Standard Tractor Registry
c/o Michael Murphy
1441 Crestmont Drive
Downingtown, PA 19335-3742
33/12/9 Witte Engines Q. Can you provide manufacturing dates for the following engines: 3HP Trojan (built by Witte) s/n 56567 1 or 2 HP Witte, s/n 5318 James Beedh, 610 N. Grant, Erie, KS 66733.
A. The first engine was built in 1921; the second in 1923.
33/12/10 Rock Island Engine Q. 1 have a Rock Island 2 HP hit-and-miss engine, s/n A78856, and would like to know when it was built and the correct color, or other information. Kevin McWhorter, 32391 Olympia Rd., Minier, IL 61759. Email: FDRAOOLE@FCG.NET
A. The Rock Island engines are brown, comparable to Du Pont 24590. We have nothing else on Rock Island.
33/12/11 Monitor Engines Q. Can you tell me the year built of the following engines? Monitor 1 HP, s/n 42360; Monitor 3 HP , s/n 9551. Harold Carlin, 306 Indiana, Rapid City, SD 57701.
A. In order, they are: 1930 and 1916.
33/12/12 Wisconsin Engines Alexander L. Thomson, 21 Peter Road, Woodbury, CT 06798 writes, regarding 33/9/11 and 33/9/14. He identifies both of these as Wisconsin engines. Mr. Thomson writes in part:
I think that the vertical air-cooled mentioned by John Beaty in 33/9/11 is a Wisconsin. They produced numerous models of single cylinder engines such as the AA, AB, ABS, ABN, AK, AKS, and the AKN. All of those engines are covered by Parts & Repair Manual TTP2OO41, available through Wisconsin dealers. The company still produces several models of single cylinder engines, all being heavy duty industrial models.
The engine described by Robert Rowe III in 33/9/14 is a Wisconsin. The T-Series Wisconsin engines are two cylinder vertical and were and still are built in a variety of configurations. Early models such as the TF and the TD were used on balers, compressors, and other equipment. The early models have an even firing order with power pulses at 360 degree intervals. They were built with shimmed, poured bearings on the connecting rods. The large counterweight on the crankshaft made them a very smooth engine. Later versions such as the TJ employ a 540-180 degree firing order which eliminates the need for a counterweight but causes an uneven firing order like the John Deere horizontal engines. Later models also use insertable bearing shells for the connecting rods. All models use tapered roller bearing for the mains. The D-suffix indicates hardened valve seats for longer life.
Wisconsin engines are very forgiving, long lasting, and easy to repair. They definitely are not throw away items. They are available in rating from 7 through 65 horsepower. Engine configurations may be one- or two-cylinders and the V-4. The company is now known as WisCon Total Power Corp (a combination of Wisconsin and Continental). The address is 3409 Democrat Rd., PO Box 181160, Memphis, TN 38181. Tel. 901/365-3600.
33/12/13 Novo Engine Q. I have a 1 HP Novo engine, s/n 65248 and would like to know when it was built. I also have a 4 HP Sta-Rite engine, s/n 10098, and would like to know its age; also the correct color scheme, and whether a Wizard Type 61, Model 4 magneto will work on this engine. Bill Millward, RR 3, Utterson, ONT P0B 1M0 Canada.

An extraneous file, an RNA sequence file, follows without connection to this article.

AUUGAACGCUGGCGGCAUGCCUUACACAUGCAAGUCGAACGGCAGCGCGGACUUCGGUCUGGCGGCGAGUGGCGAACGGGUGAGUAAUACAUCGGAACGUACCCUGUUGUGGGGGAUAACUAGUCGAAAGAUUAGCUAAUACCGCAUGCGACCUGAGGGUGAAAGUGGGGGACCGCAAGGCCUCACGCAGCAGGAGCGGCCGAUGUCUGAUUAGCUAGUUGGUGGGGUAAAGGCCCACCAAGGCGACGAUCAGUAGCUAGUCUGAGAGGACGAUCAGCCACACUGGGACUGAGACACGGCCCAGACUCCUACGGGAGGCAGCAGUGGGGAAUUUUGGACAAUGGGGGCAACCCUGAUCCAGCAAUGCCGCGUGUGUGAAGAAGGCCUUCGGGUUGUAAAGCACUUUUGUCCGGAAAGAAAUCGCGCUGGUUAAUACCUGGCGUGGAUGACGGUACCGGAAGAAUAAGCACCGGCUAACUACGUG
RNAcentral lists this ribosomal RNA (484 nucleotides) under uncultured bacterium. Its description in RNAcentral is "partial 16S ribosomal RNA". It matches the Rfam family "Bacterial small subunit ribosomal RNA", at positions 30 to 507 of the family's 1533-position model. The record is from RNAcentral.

A. The Novo engine was made in 1920. The only information we have on the Sta-Rite is that it was gray, similar to DuPont LS144.
33/12/14 Unidentified Crawler Q. See the photos of a small crawler, 36 inches wide and 89 inches long. The pads have rubber strips between two angles. It has a Briggs & Stratton 10 HP engine, built 1949-1957, which looks to be original. There are several casting numbers, such as 494 on the clutch and brake pedal. It has turning clutches and brakes. There is no identification plate. Any help in identifying this tractor would be appreciated. Dan Schmitt, 11920 Ponca Road, Omaha, NE 68 U 2-1035.
33/12/15 Ottawa Engine Q. I have an Ottawa 7 HP engine, sin HI9374- What year? How do you get an engine clean enough to paint, and what is the correct color? Earl J. Langel, 2341 -250th St., Milford, IA 51351-9736.
A. We believe the Ottawa engine is red, similar to DuPont RS904- There is no s/n information on these engines. Sanding and degreasing are the major requirements prior to a new paint job.
Once the engine is polished down, be sure to degrease it so that the primer will bond properly. We've always thought that the painting was the fun part . . . cleaning up an engine can be downright drudgery in our estimation.
While on our European tour last summer, our friend Ed Westen was talking about Strait's tractor, built by Killen-Strait at Appleton, Wisconsin. Originally the company started out as Killen-Walsh in 1913 or perhaps a year earlier. Lacking capital the firm then reorganized as Killen-Strait in 1914 and continued until 1917 or 1918 (see page 169 of Encyclopedia of American Farm Tractors). Ed's father owned a Killen-Strait tractor, so of course he has quite an interest in the company's history. Thus far, he hasn't found anything on the Killen-Walsh phase of the company. If anyone can be of help, contact Ed Westen, E2762 Hwy F, Kewaunee, WI 54216
Previously in this column the question was raised about cleaning up an old engine. Years ago, before all the exotic cleaners appeared, the method was to take a gallon can, fill it nearly full with water, and then pour in a can of lye. This mixture takes off almost everything. Adding a little soap helps the mixture stick to the metal. After it sets a short time, hose it off thoroughly. Always pour the lye into the water . . . NEVER pour the water over the lye! Always wear a face shield! Always wear protective gear! This old method's been around for years, and while we're not telling you this is the way to clean up an engine, we are telling you about the method, along with adding some precautions, which you should heed religiously if indeed you're inclined to use this method.